The Value of Falling Off


The value of falling off, a short story.

 

My husband got a dirt bike a couple of years ago. I wanted nothing to do with it. My first caring job had been with an ex RAF fighter pilot who had been turned into someone who could now only blink, due to a motorbike accident. I can never forget his face, or the photos of his beautiful wife and 2 little ones.

 

But I went out with a group of us into the mountains after many months resisting. There is, of course, still an element of danger but it is far lessened, in my opinion, compared to road riding. We hardly meet other vehicles so the risks are decreased, in that respect at least.

 

The scent of wild herbs, jasmine in someone’s country home garden, the pine forest, the damp of the valleys, and the dry arid air of the 40 degree heat all lured me into experiencing the mountains on a dirt bike.

 

My husband spoils me (because I’m a brat) and bought me a 4-stroke 125cc bike. Not really a dirt bike but something to get me going. Discovered, despite my shaking, that I’m something of a natural and love being in control of my own motor compared to going pillion.

 

The first ride I did in a group was with our German friends having only been out once before on the bike. I fell off 6 times without wearing any of the protective gear.

 

As I was new, I just didn’t have the understanding of clutch control or effective braking. The sharp bends of the mountain tracks are not to be taken lightly and the 100ft drops over the edge, with no barriers to help, almost call to you.

 

One called too loud, in the wind and the drizzle. I panicked and whisky-throttled the thing. (That’s when you turn the acceleration full on and the panic keeps you in full “go” mode when you often want the opposite to be happening.) Luckily, I threw myself off into the mountain and not off it.

 

My friends picked me up off the floor, calmed my hysterics and put the bike on its stand.

 

A strong gust of wind took the bike off its stand and down, down, down the mountain it tumbled. Its brand new plastics snapping as it smashed against the rocky terrain.

 

It survived its fall and most importantly, so had I.

 

The bruises bloomed and I wore them like a badge of honour, proud I had done something I would never have dreamt I would do.

 

That was about 18 months ago and I haven’t fallen off for a while. Our trail rides have been fun, sometimes fast, sometimes sedate, and now I have clutch control and the correct protective clothing.

 

Today, I fell off.

 

I wasn’t trying to do anything particularly difficult but I saw a rock and somehow focused upon it. Boom, down I went like a sack of potatoes.

 

As I have a different bike than before, I was able to pick the bike back up by myself and without feeling like the weakest of the pack. I got back on and rode off.

 

I’m glad I fell off today. It reminded me that it’s not that scary to come off and it hurts far less than your memory leads you to believe.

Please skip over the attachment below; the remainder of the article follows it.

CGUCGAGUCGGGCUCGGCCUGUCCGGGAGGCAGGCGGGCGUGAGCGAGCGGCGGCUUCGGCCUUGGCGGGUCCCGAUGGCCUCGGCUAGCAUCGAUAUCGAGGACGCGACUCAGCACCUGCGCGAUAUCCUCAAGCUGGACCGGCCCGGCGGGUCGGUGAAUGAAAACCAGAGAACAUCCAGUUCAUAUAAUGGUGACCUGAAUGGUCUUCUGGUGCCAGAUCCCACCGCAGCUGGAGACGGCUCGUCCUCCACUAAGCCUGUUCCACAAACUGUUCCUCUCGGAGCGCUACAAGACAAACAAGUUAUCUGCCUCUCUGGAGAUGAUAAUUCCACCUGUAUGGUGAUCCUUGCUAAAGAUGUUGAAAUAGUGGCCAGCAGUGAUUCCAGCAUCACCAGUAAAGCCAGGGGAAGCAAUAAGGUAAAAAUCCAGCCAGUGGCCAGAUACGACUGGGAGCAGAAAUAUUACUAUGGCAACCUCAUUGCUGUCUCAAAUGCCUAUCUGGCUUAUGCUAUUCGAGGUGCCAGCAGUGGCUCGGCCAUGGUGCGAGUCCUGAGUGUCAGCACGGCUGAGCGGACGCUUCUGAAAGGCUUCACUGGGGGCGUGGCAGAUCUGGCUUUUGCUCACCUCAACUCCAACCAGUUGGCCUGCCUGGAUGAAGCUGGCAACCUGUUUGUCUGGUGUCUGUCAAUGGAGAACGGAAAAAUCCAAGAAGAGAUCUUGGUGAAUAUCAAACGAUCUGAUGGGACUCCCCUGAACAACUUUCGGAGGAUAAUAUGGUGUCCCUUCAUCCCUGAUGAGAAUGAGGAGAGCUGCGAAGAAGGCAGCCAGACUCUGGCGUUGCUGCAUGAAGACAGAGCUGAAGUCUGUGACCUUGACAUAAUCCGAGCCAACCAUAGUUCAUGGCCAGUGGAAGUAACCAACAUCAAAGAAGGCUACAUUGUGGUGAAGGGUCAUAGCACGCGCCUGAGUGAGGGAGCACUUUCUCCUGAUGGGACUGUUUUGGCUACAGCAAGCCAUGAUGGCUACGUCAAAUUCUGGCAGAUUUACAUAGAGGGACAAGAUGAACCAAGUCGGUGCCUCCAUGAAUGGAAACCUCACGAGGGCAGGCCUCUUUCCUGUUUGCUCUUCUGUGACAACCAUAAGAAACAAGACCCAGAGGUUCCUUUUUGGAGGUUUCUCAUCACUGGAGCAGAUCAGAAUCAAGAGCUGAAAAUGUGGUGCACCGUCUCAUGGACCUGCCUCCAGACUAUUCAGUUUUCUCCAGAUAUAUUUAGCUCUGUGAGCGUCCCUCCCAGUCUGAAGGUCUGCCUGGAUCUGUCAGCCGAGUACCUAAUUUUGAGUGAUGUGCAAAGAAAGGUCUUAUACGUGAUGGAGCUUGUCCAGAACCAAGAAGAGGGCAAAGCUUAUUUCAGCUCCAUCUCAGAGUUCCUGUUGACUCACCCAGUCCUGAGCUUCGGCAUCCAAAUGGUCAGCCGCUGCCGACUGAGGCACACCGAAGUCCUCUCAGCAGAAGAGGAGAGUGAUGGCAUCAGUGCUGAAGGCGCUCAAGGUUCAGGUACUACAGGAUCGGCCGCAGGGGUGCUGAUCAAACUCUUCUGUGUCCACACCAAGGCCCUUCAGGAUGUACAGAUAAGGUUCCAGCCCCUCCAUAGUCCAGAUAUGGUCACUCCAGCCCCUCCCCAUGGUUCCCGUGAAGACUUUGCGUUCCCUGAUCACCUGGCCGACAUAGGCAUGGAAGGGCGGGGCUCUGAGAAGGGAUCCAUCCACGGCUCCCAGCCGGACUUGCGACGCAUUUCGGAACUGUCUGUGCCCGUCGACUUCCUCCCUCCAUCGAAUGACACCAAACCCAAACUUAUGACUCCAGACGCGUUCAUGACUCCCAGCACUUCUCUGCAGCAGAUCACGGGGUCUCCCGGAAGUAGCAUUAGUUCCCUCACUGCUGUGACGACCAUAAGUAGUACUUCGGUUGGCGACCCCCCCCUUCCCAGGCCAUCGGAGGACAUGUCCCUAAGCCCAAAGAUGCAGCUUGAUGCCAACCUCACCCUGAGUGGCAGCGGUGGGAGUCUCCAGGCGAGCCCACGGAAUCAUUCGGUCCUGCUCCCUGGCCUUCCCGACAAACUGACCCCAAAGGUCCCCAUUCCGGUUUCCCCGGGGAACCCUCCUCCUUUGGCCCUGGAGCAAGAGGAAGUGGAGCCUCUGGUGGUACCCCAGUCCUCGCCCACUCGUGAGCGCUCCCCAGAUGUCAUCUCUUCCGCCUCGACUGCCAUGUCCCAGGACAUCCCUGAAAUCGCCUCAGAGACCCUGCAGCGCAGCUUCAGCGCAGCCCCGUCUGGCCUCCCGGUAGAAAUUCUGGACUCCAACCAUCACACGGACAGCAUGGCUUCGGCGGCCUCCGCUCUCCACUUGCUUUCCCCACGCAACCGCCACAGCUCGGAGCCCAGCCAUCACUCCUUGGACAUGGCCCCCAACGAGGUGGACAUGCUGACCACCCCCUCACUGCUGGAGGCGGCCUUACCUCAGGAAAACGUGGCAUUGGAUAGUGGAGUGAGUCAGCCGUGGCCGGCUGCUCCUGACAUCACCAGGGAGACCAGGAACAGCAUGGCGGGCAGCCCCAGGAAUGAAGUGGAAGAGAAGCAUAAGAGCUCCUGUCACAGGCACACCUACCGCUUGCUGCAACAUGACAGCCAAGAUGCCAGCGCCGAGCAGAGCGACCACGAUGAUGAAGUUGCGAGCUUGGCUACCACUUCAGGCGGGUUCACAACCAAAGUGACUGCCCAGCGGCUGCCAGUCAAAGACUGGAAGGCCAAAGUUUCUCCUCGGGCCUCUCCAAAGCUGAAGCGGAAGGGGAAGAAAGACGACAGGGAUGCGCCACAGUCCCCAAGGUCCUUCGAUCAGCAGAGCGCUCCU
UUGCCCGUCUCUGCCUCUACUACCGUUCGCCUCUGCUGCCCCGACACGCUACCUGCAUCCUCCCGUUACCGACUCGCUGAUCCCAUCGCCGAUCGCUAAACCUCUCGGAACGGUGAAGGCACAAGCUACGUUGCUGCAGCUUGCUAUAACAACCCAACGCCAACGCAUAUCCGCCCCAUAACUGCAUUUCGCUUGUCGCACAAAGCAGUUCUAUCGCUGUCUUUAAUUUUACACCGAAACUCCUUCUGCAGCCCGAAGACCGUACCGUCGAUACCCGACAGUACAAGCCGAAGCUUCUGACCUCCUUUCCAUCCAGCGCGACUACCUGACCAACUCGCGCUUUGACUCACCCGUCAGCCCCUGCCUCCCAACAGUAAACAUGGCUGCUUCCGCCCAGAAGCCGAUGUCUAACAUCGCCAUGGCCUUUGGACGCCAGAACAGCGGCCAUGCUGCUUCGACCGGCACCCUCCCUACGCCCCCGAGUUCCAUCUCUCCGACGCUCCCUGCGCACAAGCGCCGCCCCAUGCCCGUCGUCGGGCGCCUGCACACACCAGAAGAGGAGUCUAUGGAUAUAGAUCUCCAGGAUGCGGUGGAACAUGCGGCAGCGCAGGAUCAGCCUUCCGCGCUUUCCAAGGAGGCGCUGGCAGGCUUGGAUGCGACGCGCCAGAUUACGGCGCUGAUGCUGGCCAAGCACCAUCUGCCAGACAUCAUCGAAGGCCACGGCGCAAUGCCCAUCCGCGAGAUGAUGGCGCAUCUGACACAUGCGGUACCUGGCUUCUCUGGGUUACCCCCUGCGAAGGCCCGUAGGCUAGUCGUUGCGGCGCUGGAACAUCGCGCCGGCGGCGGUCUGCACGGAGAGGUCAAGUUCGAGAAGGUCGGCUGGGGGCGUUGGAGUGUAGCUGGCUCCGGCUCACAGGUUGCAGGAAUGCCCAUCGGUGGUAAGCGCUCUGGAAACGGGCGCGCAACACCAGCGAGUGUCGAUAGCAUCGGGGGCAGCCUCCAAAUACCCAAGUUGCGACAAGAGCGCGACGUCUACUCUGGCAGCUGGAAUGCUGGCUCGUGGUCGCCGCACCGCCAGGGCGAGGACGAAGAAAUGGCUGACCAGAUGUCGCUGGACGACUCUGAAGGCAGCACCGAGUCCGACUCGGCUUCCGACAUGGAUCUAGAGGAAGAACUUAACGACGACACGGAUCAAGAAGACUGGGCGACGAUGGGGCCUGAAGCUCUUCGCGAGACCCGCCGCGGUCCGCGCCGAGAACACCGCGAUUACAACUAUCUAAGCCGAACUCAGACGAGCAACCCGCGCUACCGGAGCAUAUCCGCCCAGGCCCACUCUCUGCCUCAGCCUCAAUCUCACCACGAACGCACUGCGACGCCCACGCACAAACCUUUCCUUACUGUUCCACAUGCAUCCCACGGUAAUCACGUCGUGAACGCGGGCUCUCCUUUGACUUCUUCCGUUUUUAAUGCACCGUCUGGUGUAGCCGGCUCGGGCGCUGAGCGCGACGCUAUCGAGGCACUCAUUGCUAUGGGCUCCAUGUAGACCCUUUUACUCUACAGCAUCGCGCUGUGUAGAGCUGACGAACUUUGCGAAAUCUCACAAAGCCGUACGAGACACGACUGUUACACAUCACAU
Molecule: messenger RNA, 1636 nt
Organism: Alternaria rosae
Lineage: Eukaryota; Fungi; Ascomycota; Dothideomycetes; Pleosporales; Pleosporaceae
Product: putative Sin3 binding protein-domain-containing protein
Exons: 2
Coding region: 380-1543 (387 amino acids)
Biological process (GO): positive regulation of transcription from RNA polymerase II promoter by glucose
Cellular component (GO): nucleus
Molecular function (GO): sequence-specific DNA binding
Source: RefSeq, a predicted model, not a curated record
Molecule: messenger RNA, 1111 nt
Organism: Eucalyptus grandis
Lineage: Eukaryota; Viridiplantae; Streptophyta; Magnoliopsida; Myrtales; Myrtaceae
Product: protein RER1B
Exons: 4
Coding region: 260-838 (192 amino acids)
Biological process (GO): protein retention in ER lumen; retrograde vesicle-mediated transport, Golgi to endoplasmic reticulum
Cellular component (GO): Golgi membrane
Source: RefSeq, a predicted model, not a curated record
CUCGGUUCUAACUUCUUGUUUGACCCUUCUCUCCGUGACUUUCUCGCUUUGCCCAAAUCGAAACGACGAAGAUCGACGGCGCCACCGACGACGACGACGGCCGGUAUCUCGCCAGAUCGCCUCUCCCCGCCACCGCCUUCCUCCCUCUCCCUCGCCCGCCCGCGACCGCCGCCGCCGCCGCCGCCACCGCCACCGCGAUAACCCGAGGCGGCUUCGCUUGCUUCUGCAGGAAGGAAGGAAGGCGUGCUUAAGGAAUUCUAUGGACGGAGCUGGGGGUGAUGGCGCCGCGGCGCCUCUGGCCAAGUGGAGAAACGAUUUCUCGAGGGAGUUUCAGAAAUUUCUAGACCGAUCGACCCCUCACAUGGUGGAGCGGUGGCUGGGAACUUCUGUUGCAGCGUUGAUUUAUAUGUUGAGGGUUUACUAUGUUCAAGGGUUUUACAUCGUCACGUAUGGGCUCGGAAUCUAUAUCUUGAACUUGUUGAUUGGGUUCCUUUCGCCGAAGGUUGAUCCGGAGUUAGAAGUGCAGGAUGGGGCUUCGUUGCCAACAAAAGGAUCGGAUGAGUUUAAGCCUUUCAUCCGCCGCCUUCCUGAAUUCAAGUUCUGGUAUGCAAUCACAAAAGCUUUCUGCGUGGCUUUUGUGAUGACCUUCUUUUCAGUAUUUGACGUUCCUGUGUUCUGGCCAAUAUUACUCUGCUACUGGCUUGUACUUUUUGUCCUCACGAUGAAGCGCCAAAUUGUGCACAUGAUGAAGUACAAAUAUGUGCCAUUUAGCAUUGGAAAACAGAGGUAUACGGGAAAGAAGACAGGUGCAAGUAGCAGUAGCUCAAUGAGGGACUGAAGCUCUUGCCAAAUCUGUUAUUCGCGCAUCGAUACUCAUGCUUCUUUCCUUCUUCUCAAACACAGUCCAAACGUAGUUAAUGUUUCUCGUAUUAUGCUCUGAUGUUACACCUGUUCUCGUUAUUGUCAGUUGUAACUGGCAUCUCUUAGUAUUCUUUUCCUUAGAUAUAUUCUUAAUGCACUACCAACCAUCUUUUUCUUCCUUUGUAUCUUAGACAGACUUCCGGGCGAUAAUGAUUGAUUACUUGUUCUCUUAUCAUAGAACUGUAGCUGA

This is the same in business. Making a mistake is inevitable. Don’t fear it. Don’t become paralysed by it. Acknowledge it as part of life and roll with it. Albeit, hopefully less literally than I had to today as I tumbled onto the mountain terrace.

 

Also, if you can see a pattern in the mistakes, change the things you can to minimise those going forward. I couldn’t be better at biking any quicker and I couldn’t change the mountains. So we looked at the bike.

 

My first bike was heavy and tall. When I fell off, I was dependent on everyone around me to change their activity to sort me out. Disempowered much?

 

Mucho.

 

My new (to me) bike is now the right height and the right weight. I can do so much more now I’ve changed the things I can.

 

Think about how you can adapt your home and work environment to minimise mistakes, burn out, or loss of work/life balance. Just like we did with my bike.

Butterflies drinking from mountain streams.

💧Change your habits: put water by your bed so your first action each day is to nourish yourself, not doom scroll or read work emails.

 

👕 Get your protective gear: this will look different for everyone but it could be booking “you” time, exercise, therapy, a coach, kicking the Wine Witch, volunteering, spending quality time with special people. Whatever will keep you protected from the nasty, sharp, pointy bits of the mountain (i.e. life).

 

📖 Change your processes: create manuals, stick to them, update them, check them. Allow no excuses from yourself or your team. The only way you’ll achieve improvements is by consistently trying and tweaking.

 

👥 Change the people: are your friends, family, colleagues inspiring, supporting, and motivating? If not, make different choices to keep your boundaries and priorities respected. That might mean getting a new hobby. It might mean always having an escape. It might mean facing a difficult conversation like “we’re going to have to let you go/here’s my resignation.” Choose your discomfort.

 

😌 Change your mindset: accept mistakes as natural. You’re not perfect, you’re human, that’s how lucky you are. The mistakes don’t hurt as much as you fear they will. You can learn from them. You can adapt from them. Don’t wallow in the pain; welcome the lessons.

 

The value of falling off is that it reminds you that it isn’t as bad as you thought it would be. And to improve, it’s simple but it’s not easy.

 

You will find the sweet smell of success, like jasmine on the breeze, if you can just be brave enough to get on the bike and ride.